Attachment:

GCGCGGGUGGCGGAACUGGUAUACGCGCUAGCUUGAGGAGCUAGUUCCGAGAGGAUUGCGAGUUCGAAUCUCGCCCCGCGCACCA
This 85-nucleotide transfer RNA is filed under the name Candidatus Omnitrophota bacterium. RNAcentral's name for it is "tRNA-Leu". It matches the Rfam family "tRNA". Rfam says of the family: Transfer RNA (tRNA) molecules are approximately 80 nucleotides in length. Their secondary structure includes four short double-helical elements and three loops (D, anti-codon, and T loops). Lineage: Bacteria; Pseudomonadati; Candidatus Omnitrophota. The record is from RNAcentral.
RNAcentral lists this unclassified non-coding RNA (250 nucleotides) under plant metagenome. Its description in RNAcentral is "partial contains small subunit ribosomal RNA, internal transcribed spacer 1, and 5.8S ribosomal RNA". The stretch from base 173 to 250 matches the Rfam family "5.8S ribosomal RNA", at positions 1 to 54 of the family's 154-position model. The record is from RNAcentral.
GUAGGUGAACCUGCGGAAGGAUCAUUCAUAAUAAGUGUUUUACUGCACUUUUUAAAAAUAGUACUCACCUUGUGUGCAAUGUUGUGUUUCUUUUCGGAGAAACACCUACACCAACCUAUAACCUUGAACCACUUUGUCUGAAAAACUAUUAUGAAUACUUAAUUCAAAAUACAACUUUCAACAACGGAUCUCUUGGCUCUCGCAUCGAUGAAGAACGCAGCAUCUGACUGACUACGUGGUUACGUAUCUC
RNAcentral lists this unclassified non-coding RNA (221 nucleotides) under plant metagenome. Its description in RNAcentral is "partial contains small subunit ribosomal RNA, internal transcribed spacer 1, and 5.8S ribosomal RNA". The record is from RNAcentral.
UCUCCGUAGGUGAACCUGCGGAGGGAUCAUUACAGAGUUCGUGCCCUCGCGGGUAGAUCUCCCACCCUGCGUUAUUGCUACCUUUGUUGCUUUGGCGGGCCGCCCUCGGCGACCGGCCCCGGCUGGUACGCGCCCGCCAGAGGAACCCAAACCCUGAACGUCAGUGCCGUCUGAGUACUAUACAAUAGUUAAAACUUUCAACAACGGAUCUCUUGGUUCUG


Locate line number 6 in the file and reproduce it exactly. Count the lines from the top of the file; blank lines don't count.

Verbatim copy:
UCUCCGUAGGUGAACCUGCGGAGGGAUCAUUACAGAGUUCGUGCCCUCGCGGGUAGAUCUCCCACCCUGCGUUAUUGCUACCUUUGUUGCUUUGGCGGGCCGCCCUCGGCGACCGGCCCCGGCUGGUACGCGCCCGCCAGAGGAACCCAAACCCUGAACGUCAGUGCCGUCUGAGUACUAUACAAUAGUUAAAACUUUCAACAACGGAUCUCUUGGUUCUG